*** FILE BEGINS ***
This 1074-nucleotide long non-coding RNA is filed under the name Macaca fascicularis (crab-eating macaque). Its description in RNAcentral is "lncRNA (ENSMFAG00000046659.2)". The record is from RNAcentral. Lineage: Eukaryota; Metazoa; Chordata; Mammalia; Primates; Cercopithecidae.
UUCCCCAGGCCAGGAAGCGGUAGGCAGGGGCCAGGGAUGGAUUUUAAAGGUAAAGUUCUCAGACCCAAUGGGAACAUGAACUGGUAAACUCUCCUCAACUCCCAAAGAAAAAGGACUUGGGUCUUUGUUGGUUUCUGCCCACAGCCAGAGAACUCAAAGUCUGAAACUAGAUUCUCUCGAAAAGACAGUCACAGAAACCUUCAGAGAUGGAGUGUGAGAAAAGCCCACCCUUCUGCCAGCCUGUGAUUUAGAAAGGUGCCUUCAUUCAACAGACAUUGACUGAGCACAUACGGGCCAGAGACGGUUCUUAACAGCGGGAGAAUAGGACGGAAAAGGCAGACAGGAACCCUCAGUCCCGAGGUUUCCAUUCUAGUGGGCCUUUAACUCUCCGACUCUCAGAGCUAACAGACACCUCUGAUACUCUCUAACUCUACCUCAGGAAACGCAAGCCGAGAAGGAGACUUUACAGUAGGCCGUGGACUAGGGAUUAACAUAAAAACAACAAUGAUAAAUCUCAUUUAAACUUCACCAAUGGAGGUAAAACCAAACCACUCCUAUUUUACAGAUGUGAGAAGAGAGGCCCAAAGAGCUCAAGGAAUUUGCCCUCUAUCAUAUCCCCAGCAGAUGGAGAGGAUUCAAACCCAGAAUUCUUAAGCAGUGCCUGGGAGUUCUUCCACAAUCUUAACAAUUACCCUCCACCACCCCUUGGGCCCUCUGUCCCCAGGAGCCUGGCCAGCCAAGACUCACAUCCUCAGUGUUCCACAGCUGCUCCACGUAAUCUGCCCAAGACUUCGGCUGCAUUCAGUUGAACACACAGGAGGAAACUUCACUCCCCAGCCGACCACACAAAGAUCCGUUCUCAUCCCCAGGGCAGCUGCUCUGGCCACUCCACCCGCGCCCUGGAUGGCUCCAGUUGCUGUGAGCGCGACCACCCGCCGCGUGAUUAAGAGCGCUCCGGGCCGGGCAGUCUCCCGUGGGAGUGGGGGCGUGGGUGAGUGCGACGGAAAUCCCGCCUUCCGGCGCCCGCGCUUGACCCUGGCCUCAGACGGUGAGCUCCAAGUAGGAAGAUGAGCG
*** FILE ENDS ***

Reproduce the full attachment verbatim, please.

This 1074-nucleotide long non-coding RNA is filed under the name Macaca fascicularis (crab-eating macaque). Its description in RNAcentral is "lncRNA (ENSMFAG00000046659.2)". The record is from RNAcentral. Lineage: Eukaryota; Metazoa; Chordata; Mammalia; Primates; Cercopithecidae.
UUCCCCAGGCCAGGAAGCGGUAGGCAGGGGCCAGGGAUGGAUUUUAAAGGUAAAGUUCUCAGACCCAAUGGGAACAUGAACUGGUAAACUCUCCUCAACUCCCAAAGAAAAAGGACUUGGGUCUUUGUUGGUUUCUGCCCACAGCCAGAGAACUCAAAGUCUGAAACUAGAUUCUCUCGAAAAGACAGUCACAGAAACCUUCAGAGAUGGAGUGUGAGAAAAGCCCACCCUUCUGCCAGCCUGUGAUUUAGAAAGGUGCCUUCAUUCAACAGACAUUGACUGAGCACAUACGGGCCAGAGACGGUUCUUAACAGCGGGAGAAUAGGACGGAAAAGGCAGACAGGAACCCUCAGUCCCGAGGUUUCCAUUCUAGUGGGCCUUUAACUCUCCGACUCUCAGAGCUAACAGACACCUCUGAUACUCUCUAACUCUACCUCAGGAAACGCAAGCCGAGAAGGAGACUUUACAGUAGGCCGUGGACUAGGGAUUAACAUAAAAACAACAAUGAUAAAUCUCAUUUAAACUUCACCAAUGGAGGUAAAACCAAACCACUCCUAUUUUACAGAUGUGAGAAGAGAGGCCCAAAGAGCUCAAGGAAUUUGCCCUCUAUCAUAUCCCCAGCAGAUGGAGAGGAUUCAAACCCAGAAUUCUUAAGCAGUGCCUGGGAGUUCUUCCACAAUCUUAACAAUUACCCUCCACCACCCCUUGGGCCCUCUGUCCCCAGGAGCCUGGCCAGCCAAGACUCACAUCCUCAGUGUUCCACAGCUGCUCCACGUAAUCUGCCCAAGACUUCGGCUGCAUUCAGUUGAACACACAGGAGGAAACUUCACUCCCCAGCCGACCACACAAAGAUCCGUUCUCAUCCCCAGGGCAGCUGCUCUGGCCACUCCACCCGCGCCCUGGAUGGCUCCAGUUGCUGUGAGCGCGACCACCCGCCGCGUGAUUAAGAGCGCUCCGGGCCGGGCAGUCUCCCGUGGGAGUGGGGGCGUGGGUGAGUGCGACGGAAAUCCCGCCUUCCGGCGCCCGCGCUUGACCCUGGCCUCAGACGGUGAGCUCCAAGUAGGAAGAUGAGCG